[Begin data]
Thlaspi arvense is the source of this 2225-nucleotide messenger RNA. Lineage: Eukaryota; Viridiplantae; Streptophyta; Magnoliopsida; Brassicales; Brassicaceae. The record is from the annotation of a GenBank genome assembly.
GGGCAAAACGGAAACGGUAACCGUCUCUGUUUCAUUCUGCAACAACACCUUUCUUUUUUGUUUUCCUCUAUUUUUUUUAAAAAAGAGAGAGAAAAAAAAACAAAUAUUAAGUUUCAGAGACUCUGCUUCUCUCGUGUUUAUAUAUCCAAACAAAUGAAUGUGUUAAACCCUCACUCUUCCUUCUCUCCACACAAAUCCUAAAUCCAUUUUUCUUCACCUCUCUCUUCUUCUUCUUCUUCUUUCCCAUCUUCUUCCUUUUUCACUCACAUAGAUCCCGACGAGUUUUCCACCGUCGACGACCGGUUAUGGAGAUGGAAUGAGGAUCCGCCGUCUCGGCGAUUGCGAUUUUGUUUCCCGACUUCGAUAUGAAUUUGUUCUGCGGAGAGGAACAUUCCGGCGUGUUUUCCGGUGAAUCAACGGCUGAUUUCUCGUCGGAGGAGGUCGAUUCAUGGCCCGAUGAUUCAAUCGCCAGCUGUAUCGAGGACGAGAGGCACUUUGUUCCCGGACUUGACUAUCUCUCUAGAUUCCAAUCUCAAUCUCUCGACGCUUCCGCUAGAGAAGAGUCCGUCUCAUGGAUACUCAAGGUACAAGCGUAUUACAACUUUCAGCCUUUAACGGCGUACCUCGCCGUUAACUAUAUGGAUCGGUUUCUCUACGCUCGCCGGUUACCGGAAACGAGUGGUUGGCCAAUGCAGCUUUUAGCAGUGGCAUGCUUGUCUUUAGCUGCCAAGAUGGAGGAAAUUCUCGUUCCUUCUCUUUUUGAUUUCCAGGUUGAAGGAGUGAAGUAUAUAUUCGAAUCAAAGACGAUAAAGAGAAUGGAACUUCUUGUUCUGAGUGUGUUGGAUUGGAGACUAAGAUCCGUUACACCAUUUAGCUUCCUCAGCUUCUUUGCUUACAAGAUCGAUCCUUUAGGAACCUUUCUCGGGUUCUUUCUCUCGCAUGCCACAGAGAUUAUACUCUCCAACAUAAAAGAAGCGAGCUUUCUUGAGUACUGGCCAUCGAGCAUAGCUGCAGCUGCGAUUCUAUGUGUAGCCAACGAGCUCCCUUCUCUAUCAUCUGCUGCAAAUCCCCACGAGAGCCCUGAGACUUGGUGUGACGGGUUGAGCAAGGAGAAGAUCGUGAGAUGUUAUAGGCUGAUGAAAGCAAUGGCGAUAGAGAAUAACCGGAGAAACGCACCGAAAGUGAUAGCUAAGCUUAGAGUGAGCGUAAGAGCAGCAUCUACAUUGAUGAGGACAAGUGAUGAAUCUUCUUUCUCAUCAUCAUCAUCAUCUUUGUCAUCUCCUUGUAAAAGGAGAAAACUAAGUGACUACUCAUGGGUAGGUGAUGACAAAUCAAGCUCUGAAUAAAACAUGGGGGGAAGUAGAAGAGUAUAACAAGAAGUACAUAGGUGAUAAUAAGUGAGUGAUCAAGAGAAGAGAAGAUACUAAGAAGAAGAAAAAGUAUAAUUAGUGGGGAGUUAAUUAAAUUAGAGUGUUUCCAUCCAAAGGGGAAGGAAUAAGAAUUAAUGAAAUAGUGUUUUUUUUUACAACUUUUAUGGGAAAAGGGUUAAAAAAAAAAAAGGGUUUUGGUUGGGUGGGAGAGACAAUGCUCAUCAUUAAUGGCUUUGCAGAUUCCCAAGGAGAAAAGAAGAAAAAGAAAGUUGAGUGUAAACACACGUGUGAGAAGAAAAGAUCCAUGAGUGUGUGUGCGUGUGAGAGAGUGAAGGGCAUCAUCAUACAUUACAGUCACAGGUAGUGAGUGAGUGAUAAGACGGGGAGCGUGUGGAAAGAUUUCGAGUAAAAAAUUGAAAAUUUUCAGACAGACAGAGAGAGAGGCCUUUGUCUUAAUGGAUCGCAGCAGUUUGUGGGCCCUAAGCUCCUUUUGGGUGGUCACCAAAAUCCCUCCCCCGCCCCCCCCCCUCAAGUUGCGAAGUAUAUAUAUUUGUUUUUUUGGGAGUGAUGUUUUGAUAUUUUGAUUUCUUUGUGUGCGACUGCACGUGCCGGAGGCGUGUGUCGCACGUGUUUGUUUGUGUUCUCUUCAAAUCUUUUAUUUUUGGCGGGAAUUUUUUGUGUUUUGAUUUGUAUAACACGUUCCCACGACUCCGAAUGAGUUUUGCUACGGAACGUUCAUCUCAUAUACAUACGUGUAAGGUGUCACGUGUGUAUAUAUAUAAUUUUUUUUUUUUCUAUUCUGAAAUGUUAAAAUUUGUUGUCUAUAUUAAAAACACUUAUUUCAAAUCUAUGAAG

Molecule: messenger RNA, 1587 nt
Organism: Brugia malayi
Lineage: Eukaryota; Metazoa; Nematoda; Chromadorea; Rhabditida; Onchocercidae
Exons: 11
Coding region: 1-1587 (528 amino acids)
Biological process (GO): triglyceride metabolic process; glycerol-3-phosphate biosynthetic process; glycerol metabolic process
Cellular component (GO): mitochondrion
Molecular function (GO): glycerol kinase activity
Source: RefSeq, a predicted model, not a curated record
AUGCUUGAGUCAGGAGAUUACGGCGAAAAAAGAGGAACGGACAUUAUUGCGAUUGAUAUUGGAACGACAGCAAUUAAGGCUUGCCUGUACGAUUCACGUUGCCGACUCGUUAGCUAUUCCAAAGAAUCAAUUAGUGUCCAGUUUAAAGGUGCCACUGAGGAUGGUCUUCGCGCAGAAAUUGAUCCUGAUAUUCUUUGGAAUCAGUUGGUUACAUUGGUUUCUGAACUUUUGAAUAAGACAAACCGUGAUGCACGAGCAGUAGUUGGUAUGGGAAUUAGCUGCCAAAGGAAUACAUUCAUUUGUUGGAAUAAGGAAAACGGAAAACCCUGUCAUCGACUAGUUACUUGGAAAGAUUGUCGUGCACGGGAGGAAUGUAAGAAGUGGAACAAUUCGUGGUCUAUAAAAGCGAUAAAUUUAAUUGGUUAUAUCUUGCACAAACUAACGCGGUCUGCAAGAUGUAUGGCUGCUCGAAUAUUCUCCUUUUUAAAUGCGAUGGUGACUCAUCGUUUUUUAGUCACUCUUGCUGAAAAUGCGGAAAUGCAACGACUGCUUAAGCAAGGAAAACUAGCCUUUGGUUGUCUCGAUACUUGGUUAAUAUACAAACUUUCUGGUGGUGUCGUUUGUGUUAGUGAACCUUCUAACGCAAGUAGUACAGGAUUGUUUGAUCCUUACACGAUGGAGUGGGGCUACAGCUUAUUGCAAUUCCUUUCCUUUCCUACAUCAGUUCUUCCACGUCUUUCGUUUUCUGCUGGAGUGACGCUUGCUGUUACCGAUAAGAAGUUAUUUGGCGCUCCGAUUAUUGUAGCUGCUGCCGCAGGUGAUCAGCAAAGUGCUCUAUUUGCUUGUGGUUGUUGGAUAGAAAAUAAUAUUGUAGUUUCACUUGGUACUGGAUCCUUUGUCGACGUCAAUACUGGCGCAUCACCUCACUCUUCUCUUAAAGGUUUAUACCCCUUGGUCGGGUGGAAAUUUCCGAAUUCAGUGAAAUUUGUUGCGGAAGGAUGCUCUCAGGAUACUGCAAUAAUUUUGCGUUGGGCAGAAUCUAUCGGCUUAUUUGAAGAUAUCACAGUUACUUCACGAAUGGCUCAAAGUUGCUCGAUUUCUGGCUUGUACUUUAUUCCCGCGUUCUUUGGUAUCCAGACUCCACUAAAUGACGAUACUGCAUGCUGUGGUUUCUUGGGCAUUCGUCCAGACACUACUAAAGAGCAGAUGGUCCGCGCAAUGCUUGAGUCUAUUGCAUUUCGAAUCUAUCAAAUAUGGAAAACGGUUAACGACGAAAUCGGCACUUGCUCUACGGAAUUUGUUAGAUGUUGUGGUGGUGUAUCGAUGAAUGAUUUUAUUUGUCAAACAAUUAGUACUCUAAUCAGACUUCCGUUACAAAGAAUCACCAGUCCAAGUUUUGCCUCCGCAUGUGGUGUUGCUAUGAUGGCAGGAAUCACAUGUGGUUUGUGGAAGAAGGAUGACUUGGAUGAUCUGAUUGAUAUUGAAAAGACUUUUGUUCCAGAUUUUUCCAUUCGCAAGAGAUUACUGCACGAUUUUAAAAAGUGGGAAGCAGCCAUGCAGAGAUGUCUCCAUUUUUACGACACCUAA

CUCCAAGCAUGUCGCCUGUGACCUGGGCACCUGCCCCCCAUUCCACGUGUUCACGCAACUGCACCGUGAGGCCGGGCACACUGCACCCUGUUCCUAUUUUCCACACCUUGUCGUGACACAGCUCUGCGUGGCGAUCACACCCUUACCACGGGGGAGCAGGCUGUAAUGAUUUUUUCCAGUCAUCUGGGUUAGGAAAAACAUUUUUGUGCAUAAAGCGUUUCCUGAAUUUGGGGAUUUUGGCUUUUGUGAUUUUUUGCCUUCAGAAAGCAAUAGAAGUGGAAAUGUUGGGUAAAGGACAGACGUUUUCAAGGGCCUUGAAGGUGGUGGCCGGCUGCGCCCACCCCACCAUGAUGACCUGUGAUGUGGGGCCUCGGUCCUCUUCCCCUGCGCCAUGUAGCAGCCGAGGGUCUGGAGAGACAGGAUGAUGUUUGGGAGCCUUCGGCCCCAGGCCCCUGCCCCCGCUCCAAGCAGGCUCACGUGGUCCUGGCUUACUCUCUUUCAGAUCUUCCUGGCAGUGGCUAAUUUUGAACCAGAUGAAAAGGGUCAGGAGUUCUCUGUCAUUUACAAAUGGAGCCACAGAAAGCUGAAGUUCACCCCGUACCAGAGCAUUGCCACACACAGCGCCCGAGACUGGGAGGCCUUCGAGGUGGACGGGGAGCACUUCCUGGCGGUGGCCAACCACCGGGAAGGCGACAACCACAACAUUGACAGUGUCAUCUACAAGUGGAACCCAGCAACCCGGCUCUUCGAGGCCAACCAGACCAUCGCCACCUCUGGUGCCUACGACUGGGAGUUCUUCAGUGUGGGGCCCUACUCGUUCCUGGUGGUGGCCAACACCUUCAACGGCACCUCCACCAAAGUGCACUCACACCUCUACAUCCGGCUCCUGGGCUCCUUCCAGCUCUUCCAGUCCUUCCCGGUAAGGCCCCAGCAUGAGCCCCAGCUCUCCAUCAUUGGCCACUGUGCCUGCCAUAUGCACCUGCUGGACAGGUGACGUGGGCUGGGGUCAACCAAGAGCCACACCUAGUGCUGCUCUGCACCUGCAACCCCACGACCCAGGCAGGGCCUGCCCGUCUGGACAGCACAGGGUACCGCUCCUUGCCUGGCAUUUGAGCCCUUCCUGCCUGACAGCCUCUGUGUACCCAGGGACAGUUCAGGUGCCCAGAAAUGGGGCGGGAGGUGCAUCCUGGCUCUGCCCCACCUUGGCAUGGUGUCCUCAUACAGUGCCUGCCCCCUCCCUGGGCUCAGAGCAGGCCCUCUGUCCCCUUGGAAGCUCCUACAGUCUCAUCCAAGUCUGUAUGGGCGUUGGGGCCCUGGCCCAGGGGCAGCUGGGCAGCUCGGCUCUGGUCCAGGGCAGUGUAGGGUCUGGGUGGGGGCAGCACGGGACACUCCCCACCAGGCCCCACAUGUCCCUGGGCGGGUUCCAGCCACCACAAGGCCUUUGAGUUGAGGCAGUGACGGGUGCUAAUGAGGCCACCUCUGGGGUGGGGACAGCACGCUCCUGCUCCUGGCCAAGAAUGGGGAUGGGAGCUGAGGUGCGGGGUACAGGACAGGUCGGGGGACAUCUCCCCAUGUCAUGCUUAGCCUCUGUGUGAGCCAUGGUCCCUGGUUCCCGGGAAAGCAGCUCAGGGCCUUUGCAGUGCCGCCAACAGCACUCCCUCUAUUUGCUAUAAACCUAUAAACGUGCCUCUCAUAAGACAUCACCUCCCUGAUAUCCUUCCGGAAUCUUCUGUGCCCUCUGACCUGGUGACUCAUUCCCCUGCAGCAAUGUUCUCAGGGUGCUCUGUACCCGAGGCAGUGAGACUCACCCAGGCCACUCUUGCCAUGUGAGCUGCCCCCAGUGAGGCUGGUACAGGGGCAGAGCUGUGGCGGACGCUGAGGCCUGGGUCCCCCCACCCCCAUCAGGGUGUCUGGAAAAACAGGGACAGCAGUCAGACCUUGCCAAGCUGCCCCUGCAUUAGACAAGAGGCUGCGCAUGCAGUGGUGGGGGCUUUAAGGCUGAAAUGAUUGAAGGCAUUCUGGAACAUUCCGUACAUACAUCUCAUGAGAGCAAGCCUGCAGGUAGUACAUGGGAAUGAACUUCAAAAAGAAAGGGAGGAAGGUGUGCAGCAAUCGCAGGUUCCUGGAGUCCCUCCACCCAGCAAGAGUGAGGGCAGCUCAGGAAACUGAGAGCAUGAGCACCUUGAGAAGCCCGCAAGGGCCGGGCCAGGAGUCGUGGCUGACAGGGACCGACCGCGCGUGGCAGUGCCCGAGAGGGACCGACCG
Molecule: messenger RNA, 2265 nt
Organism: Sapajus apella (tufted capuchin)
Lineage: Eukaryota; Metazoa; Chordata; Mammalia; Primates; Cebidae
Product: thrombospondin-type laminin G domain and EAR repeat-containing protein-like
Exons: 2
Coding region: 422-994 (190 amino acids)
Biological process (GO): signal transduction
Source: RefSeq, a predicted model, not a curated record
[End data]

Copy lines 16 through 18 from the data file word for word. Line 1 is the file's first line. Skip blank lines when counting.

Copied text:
Lineage: Eukaryota; Metazoa; Chordata; Mammalia; Primates; Cebidae
Product: thrombospondin-type laminin G domain and EAR repeat-containing protein-like
Exons: 2